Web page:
This is a very bullish case: CANN doubles, FULL funds the loan, and FULL is able successfully sell all of the stock it acquires through conversions and exercises. It also depends most likely on CANN successfully relisting.

On the other hand, if CANN turns out to be a dud, investors could remove the current premium to the NAV that FULL commands. A decline to 7.20 would represent a loss of over 11% (more than a year of income). Investors should be aware that the NAV has been declining over time and that many BDCs trade at a discount to the NAV. In other words, the risk isn't limited to an 11% loss.

The bottom-line is that FULL was a great story, exactly the way Frank Curzio describes it, but the story changed dramatically in late March, when CANN was suspended by the SEC. It is very likely that the recent performance of FULL has been boosted by the Stansberry & Associates teaser promotion of its Phase 1 service. At this point, FULL is priced at a premium to NAV that appears to be unwarranted. Until CANN's Form 211 application is approved by FINRA, FULL is unlikely to proceed with funding any potential deals. The "Marijuana Investment Story No One's Telling" was told by 420 Investor and others months ago, and now it has been told loudly and incorrectly.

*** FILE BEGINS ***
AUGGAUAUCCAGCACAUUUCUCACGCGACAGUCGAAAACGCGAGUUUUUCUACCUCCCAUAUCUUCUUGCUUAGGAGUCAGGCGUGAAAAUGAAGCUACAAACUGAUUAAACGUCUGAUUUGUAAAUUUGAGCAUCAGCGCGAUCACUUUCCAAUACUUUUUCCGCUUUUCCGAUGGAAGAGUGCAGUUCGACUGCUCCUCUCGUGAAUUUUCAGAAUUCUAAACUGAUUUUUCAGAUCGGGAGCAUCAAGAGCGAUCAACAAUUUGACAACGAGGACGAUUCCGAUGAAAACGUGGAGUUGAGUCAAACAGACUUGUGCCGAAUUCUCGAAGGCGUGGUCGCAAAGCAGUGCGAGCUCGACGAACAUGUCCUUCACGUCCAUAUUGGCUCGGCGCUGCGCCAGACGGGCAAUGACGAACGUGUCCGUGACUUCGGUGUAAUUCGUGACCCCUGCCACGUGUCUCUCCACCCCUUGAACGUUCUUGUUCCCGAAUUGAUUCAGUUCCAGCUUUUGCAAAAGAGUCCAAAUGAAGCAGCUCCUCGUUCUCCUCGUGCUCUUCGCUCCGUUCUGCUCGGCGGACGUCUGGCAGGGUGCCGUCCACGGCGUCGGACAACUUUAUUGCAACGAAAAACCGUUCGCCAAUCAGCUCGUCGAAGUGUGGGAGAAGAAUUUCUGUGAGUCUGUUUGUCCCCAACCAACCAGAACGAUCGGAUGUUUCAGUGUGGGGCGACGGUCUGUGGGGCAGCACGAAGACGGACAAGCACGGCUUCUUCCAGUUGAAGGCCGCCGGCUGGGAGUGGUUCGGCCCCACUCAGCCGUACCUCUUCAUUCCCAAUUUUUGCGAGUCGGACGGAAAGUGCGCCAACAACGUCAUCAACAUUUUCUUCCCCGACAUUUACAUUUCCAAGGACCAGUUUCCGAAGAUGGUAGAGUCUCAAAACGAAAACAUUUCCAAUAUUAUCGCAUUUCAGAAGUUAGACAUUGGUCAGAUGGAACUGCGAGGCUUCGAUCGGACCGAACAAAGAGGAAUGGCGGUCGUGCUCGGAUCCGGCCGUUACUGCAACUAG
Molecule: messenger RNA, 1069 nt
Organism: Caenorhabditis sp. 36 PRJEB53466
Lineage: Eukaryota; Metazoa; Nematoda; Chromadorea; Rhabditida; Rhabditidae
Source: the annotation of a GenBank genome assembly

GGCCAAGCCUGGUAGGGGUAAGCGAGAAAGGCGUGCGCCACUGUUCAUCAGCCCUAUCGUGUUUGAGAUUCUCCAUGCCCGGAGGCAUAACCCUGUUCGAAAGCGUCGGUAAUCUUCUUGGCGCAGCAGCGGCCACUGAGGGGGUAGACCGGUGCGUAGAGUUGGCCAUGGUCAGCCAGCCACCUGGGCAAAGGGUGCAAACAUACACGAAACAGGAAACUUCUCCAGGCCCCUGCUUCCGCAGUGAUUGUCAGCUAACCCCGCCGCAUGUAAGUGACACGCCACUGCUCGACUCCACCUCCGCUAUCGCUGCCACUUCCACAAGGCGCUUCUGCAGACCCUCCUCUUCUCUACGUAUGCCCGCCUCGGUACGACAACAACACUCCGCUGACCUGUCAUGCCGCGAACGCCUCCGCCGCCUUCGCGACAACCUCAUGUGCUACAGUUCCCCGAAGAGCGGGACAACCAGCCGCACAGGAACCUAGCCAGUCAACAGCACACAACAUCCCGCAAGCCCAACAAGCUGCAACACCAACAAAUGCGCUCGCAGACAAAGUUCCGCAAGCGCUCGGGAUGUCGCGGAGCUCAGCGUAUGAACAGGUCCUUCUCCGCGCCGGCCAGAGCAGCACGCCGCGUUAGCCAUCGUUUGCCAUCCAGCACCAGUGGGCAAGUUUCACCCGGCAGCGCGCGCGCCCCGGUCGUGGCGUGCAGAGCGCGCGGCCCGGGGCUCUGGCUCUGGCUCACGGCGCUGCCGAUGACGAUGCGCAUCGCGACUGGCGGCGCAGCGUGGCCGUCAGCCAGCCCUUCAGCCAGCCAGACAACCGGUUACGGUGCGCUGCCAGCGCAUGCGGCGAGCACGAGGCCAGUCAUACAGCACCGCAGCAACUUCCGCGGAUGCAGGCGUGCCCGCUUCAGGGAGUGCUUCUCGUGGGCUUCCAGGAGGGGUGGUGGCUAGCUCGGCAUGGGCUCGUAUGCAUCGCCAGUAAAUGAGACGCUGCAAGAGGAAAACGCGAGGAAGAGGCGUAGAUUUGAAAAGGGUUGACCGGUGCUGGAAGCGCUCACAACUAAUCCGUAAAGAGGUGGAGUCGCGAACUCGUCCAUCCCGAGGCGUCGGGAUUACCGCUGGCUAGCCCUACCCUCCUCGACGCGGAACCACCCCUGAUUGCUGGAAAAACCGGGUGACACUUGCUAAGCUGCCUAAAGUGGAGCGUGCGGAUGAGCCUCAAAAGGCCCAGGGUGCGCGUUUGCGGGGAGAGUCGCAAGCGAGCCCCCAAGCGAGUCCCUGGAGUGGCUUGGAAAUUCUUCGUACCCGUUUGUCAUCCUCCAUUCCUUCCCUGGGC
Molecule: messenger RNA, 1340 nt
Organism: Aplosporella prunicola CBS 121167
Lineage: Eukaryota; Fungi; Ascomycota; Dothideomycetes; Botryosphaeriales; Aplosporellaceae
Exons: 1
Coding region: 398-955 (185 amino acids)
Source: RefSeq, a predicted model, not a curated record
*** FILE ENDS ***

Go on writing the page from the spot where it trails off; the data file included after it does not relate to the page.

Disclosure: The author has no positions in any stocks mentioned, and no plans to initiate any positions within the next 72 hours. The author wrote this article themselves, and it expresses their own opinions. The author is not receiving compensation for it. The author has no business relationship with any company whose stock is mentioned in this article.

Additional disclosure: A similar article was published behind the paywall at 420 Investor on 6/14/14.

Editor's Note: This article covers one or more stocks trading at less than $1 per share and/or with less than a $100 million market cap. Please be aware of the risks associated with these stocks.

Source: The Story Behind The Marijuana Investment Story No One's Telling